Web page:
Brent and Lindsey Sainsbury recently outfitted the back roof of their historic University Heights home with 22 photovoltaic (solar) panels. The couple were able to accomplish more with the project while spending less out of pocket thanks to a tax credit that helps owners of historic Wisconsin properties to keep these houses in good shape.
“It’s my philosophy to get as much green energy as possible,” said Brent Sainsbury, who owns the eco-realty firm Enlightening Real Estate in Madison. “The historic tax credit allowed me to put up more solar than I would have otherwise.”
The green-energy upgrade on the Sainsburys’ two-story Regent Street house, built in 1916, also covered some electrical fixes. Theirs is among 16 properties in Madison that have qualified so far this year for a historic home owner’s tax credit through the Wisconsin Historical Society’s Division of Historic Preservation. Last year, about 45 properties in the city were approved for a credit, said Mark Buechel, senior preservation architect with the historical society. While construction as a whole has suffered a downturn, projects to refurbish historic properties continued to be popular in the past two years.
Credits go for projects costing $10,000 or more on homes deemed historically significant (most are listed on the national or state historic register). The program offers qualified homeowners 25 percent tax credits on approved work.
The credit has two primary qualifying factors, according to Jim Sewel. The first: owning a historic property; the second: doing work that qualifies under credit rules. Sewel, a preservation consultant with James A. Sewell Preservation Services in Madison, helped create the program in the 1980s and upgrade it in 1992, and has administered it through the historical society until earlier this year.
There are three ways that properties can be identified as historic: location within a registered historic district, having an individual listing on the state or national historic register (the Robert La Follette house in Maple Bluff, for example), or having a house that qualifies for one of these registers, but has not yet been listed. All documentation forms and program guidelines are available on the historical society’s Web site.
“If you can make a case that it fits the criteria and the state historic society agrees, then you qualify for the tax credit,” Sewel said. “The application process or verification process for historic status is very simple.”
Once you know your home fits the historic home definition under the program, work you’re doing needs to be pre-qualified. The project needs to cost at least $10,000 and fit under five categories: exterior (which includes roofs, exterior painting, porch repair and woodwork fixes), plumbing (excluding cost of any fixtures), electrical rewiring (again, fixtures don’t qualify), mechanical systems (furnaces, water heaters and air conditioners), and structural repairs. Projects can be combined to meet the $10,000 minimum spending threshold, but work must be completed within two years; if needed, homeowners can apply for a five-year phased project.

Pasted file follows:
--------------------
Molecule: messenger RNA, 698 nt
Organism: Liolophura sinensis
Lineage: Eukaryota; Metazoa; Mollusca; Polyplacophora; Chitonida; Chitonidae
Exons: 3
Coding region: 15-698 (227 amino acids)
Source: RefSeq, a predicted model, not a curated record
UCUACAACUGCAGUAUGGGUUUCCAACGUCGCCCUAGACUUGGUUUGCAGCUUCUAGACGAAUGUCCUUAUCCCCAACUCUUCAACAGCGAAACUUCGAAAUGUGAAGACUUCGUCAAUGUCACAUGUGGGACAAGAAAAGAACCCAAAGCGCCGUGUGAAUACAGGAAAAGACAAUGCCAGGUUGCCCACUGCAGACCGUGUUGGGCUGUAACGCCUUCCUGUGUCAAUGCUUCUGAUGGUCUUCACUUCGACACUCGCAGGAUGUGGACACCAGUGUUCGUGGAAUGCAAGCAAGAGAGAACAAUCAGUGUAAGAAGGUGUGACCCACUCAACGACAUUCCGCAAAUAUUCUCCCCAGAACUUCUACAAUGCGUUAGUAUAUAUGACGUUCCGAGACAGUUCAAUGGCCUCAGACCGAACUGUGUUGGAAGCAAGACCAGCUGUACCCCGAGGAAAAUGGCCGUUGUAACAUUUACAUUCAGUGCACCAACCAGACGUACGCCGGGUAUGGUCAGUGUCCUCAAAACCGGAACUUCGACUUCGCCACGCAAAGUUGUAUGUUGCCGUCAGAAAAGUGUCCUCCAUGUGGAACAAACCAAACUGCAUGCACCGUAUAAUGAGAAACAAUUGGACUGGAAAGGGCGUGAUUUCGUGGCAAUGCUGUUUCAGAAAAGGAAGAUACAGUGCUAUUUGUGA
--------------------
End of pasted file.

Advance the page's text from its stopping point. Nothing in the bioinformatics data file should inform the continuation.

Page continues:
Richard and Suzanne Linton refreshed the exterior of their Spaight Street Prairie Style house located in the Orton Park Historic District sooner than expected using higher-quality period-color paint thanks to the credit.
“Our goal was to not only protect the house (what paint is supposed to do; the old was not only unappealing, it was peeling) but to select colors that were more in keeping with the age and style of the house,” Linton said of the off-white color they eventually chose.
Because the dollar threshold is high, many qualifying projects are for roofing work, furnace replacement and other bigger ticket repair and replacement.
“This is for larger maintenance or larger rehabilitation projects,” Sewel said. “It’s (the society’s) way of encouraging owners to do exemplary work on their historic property.”
It’s also essential that the work proves compatible with the historic nature of the property. It must not diminish the historic character of the house, Sewel said, and therefore must be approved beforehand by a preservation architect at the historical society.
What is and what is not a good example of historical compliance? New roofing that replicates old weathered wood shingles in color and appearance is favored, rather than shingles that are not applied in a straight line, or with dark or irregular shadow lines, often called “drunken” shingles. Windows — often a significant contributor to the historic quality of a house — are often targeted for replacement. But new windows need to keep their historic character and it often needs to be proven that the old windows simply cannot be repaired.
Other things that do not qualify: insulation, interior remodeling and decoration, new additions, landscaping and other site work, and work on additions or out buildings that do not contribute to the historical significance of the property.
Buechel said the society approves about 240 projects statewide each year that result in some $6 million in rehabilitation work eligible under the credit program. Since 1992, when the program was launched in its current form, there have been some 2,500 projects and $63 million in eligible rehab work.